Leading lady Yancy Butler is pretty slight. Woo wants a lot of emoting. Butler emotes a little less than Van Damme, who’s got the emotional range of a rock pile. Thanks to Bob Murawski’s editing, occasionally Woo can imply something from Butler for a moment or two. It’s not like Chuck Pfarrer’s script gives her any depth either. Thank goodness for Woo.

Nice photography from Russell Carpenter. Nice editing from Murawski. Awful music from Graeme Revell.

Despite Woo’s direction, Henriksen’s villainy, the New Orleans locations, and the strong technical competence, Hard Target doesn’t click. The major action set pieces of the second half disappoint. Because the movie needs a sense of humor. Not Brimley drying gnawing at the scenery.



Directed by John Woo; written by Chuck Pfarrer; director of photography, Russell Carpenter; edited by Bob Murawski; music by Graeme Revell; production designer, Phil Dagort; produced by Sean Daniel and James Jacks; released by Universal Pictures.

Starring Jean-Claude Van Damme (Chance Boudreaux), Lance Henriksen (Fouchon), Yancy Butler (Nat), Arnold Vosloo (Van Cleef), Kasi Lemmons (Mitchell), Willie C. Carpenter (Elijah), and Wilford Brimley (Uncle Douvee).

The Expendables 2 (2012, Simon West)

The Expendables 2 plays a lot like an eighties “G.I. Joe” toy commercial. The vehicles all fire missiles and have detachable smaller vehicles. As opposed to having absurdly named characters with silly themes (there’s no “ninja Expendable”), the characters instead have silly names and amusing personalities. The script, from Sylvester Stallone and Richard Wenk, throws realism out the window, gets way too meta for its own good (the Terminator jokes for Arnold Schwarzenegger are immediately tiresome), but a lot of the character work is good.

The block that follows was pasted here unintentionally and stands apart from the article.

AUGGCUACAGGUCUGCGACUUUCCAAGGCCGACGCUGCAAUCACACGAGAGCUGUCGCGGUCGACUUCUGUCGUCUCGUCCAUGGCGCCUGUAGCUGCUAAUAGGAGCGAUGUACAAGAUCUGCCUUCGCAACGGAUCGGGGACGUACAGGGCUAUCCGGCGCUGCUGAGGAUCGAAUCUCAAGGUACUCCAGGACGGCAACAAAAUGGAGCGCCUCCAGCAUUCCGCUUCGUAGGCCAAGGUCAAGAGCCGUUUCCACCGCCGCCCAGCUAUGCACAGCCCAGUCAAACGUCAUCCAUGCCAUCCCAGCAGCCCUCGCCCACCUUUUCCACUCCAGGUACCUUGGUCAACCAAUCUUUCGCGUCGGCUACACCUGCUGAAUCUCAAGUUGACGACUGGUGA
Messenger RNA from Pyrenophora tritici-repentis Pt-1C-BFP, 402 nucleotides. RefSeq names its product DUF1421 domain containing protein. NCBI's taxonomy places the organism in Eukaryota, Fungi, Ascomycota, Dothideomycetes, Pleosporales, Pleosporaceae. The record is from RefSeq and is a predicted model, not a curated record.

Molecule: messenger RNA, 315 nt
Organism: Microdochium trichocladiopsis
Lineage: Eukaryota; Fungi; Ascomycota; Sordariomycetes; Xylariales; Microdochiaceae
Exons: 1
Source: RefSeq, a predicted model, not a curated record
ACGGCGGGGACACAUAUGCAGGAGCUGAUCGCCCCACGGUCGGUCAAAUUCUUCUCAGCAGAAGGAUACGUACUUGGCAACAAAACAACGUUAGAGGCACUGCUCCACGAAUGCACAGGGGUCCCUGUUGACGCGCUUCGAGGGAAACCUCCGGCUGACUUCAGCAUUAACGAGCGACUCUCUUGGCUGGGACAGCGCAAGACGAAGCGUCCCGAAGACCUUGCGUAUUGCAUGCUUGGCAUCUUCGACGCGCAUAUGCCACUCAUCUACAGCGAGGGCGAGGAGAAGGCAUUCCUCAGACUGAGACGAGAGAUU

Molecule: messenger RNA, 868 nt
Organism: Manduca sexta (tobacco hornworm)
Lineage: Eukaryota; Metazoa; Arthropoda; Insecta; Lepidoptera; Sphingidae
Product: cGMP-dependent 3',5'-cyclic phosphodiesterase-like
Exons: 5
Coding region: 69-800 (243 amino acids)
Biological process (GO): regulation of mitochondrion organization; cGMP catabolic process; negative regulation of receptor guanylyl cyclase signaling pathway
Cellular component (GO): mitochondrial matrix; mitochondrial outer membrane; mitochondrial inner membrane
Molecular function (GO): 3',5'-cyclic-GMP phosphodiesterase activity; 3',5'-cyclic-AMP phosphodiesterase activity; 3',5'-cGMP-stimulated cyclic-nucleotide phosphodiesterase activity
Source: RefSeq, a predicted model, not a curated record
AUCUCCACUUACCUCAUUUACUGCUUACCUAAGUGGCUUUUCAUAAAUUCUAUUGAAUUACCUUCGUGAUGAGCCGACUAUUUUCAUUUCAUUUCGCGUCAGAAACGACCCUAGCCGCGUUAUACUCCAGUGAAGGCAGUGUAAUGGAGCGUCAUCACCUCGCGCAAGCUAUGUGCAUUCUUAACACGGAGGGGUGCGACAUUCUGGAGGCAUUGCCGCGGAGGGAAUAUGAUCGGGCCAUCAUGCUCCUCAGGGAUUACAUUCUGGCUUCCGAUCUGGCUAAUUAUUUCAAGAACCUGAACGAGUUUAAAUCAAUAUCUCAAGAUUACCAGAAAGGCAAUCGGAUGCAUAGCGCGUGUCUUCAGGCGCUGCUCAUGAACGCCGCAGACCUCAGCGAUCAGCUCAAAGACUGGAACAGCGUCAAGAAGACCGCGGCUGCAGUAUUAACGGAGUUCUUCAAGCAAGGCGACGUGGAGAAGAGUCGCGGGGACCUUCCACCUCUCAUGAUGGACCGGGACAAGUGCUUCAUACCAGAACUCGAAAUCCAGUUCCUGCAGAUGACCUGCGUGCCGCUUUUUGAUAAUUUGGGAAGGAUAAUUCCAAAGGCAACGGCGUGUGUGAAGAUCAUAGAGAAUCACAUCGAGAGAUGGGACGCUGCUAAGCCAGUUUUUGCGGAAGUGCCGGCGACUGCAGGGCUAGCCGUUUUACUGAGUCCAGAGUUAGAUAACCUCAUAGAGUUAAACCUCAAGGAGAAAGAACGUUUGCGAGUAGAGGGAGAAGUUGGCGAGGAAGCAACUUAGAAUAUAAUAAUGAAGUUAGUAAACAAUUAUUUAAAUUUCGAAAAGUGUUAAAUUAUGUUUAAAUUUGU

The best performances are from the returning principals–Stallone, Jason Statham, Randy Couture, Terry Crews and Dolph Lundgren. While Stallone only has one good scene–opposite new (and female) Expendable Nan Yu–and Statham’s just reliable, Couture, Crews and Lundgren are hilarious. Their little asides, while absurd, often make the movie.

As for the rest… Schwarzenegger is terrible, Chuck Norris is an unbelievably bad actor (one imagines Lee Strasberg turning in his grave at every line), Jean-Claude Van Damme’s villainous (doubly, since his name is “Vilain”) but disposable and Bruce Willis is okay if slightly embarrassed.

In supporting roles, Liam Hemsworth’s awful as another new Expendable but Scott Adkins’s decent as bad guy.

Shelly Johnson’s cinematography is weak, as is Bryan Tyler’s music, but a lot of Expendables 2 is passable. Even if it does heavily rip off Indiana Jones and the Temple of Doom.

Simon West’s action is intense but cartoonish, which also describes the entire project.

Better plotting would’ve helped a bunch.



Directed by Simon West; screenplay by Richard Wenk and Sylvester Stallone, based on a story by Ken Kaufman, David Agosto and Wenk and characters created by Dave Callaham; director of photography, Shelly Johnson; edited by Todd E. Miller; music by Brian Tyler; production designer, Paul Cross; produced by Danny Lerner, Les Weldon, Basil Iwanyk, John Thompson, Avi Lerner and Kevin King Templeton; released by Lionsgate.